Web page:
Court-backed Homophobia Canceled Be'er Sheva's Gay Pride Parade

Security concerns were cited in the decision to divert the march, but so was its proximity to religious institutions and other reasons that don't add up to legitimacy.

The LGBT protest in Be'er Sheva, July 14, 2016.
Eliyahu Hershkovich

Exactly 10 years after a parade failed to proceed in Jerusalem, another Gay Pride Parade has been canceled, this time in Be’er Sheva. The organizers decided to cancel yesterday’s parade and hold a demonstration instead, following a request by the police – approved by the High Court of Justice – to divert it to a side street rather than let it take place on the main thoroughfare.

A year after the murder of Shira Banki at the Jerusalem Gay Pride Parade, the police claimed there was a risk of violence by parade opponents as well as from some marchers (they backed up this claim with classified material that was shown to the justices).

But while the High Court ruling focused on this claim, the police also cited concern for the feelings of the religious community, noting that the parade’s original route was to pass close by several synagogues and religious institutions.

It’s impossible not to suspect that the security arguments were largely a cover for surrender to political and religious pressure.

The police bolstered the position of Be’er Sheva Mayor Ruvik Danilovich, who refused to allocate funds for the parade, called it a “protest march” and essentially caved into pressure from the city’s rabbi, Yehuda Deri, and other zealots and conservatives.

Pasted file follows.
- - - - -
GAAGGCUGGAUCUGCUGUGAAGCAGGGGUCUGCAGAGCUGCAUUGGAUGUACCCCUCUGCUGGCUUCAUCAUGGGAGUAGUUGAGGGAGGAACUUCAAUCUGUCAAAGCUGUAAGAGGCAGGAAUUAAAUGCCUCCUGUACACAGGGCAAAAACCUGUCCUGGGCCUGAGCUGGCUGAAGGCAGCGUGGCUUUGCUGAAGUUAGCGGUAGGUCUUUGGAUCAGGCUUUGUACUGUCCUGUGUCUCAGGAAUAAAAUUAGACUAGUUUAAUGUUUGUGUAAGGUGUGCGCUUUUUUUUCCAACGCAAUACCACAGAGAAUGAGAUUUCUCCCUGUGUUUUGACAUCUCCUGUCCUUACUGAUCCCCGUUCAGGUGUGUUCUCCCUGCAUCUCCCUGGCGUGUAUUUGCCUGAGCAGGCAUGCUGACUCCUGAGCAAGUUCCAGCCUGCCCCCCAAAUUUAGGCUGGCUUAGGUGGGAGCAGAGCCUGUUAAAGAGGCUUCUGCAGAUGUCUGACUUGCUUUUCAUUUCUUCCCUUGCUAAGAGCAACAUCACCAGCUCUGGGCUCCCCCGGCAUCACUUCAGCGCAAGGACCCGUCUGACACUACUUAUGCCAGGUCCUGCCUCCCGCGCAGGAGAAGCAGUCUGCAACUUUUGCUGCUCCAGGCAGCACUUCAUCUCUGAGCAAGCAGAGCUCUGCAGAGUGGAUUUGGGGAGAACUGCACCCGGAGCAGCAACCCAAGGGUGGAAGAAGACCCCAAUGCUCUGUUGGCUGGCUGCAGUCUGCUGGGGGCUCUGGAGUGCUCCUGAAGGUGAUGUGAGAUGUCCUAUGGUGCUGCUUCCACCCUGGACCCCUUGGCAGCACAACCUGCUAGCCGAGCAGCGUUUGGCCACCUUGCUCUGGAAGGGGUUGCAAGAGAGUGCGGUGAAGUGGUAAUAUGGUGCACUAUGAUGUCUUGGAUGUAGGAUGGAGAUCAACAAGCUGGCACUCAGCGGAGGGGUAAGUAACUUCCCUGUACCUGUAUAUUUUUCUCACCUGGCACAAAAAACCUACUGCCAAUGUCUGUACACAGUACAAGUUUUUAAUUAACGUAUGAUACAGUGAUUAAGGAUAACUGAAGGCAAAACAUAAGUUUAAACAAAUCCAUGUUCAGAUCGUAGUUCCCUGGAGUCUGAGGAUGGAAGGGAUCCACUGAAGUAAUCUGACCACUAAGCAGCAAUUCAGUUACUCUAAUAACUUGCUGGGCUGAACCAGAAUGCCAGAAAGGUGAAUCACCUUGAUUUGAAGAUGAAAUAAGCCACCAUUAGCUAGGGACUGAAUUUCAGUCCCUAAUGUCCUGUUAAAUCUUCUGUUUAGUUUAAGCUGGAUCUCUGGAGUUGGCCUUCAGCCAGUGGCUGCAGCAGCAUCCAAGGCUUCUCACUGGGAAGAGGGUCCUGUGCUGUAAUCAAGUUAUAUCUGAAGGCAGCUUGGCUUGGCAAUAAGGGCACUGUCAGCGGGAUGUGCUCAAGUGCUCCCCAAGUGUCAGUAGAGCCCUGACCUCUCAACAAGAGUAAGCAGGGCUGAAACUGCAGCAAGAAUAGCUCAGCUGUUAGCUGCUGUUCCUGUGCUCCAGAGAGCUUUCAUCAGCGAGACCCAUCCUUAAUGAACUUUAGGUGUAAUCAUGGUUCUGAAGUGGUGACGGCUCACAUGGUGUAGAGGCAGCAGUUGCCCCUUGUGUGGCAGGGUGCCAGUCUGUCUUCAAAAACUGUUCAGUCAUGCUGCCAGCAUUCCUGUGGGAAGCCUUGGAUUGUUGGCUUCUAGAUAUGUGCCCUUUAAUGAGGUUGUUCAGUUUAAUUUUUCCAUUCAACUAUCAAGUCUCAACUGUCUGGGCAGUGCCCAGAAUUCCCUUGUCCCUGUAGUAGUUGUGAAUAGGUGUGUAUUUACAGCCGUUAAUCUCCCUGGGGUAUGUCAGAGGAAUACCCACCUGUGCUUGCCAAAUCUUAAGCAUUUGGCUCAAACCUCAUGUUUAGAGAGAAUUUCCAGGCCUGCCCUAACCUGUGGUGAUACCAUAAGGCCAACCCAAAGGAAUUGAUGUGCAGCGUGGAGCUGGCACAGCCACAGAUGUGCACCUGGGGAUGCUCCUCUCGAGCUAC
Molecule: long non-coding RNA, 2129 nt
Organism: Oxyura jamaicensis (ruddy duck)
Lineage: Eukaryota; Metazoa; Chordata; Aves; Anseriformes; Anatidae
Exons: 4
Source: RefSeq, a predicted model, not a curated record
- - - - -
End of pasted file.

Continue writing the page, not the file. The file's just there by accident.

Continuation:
The practice of making judicial decisions on the basis of intelligence material submitted by one side is familiar from administrative detentions. It is a deeply flawed practice, since it doesn’t allow for any objections to the arguments.

But even without seeing the classified material, one has to wonder about the contention of the police – who are often required to control complicated and provocative events, such as the Flag Parade in Jerusalem – that they could not adequately secure the parade if it went down the main thoroughfare.

Instead of applying lessons learned from the police’s failure to prevent the stabbing attacks at last year’s Gay Pride Parade in Jerusalem, the police chose to award a prize to the people issuing the threats, and the High Court gave its stamp of approval.

The “fear of violence from some marchers” claim is also puzzling, and sounds instead like it was invented in order to create some artificial balance between assailant and target.

While Prime Minister Benjamin Netanyahu is fond of using gay rights as a fig leaf that “proves” how enlightened and democratic Israel is, the sequence of events surrounding the Gay Pride Parade in Be’er Sheva just goes to show how thin that veneer of enlightenment and liberalism really is.

The parade in Be’er Sheva was canceled due to homophobic opposition, which was lent legitimacy by the police, the municipal authorities and the High Court.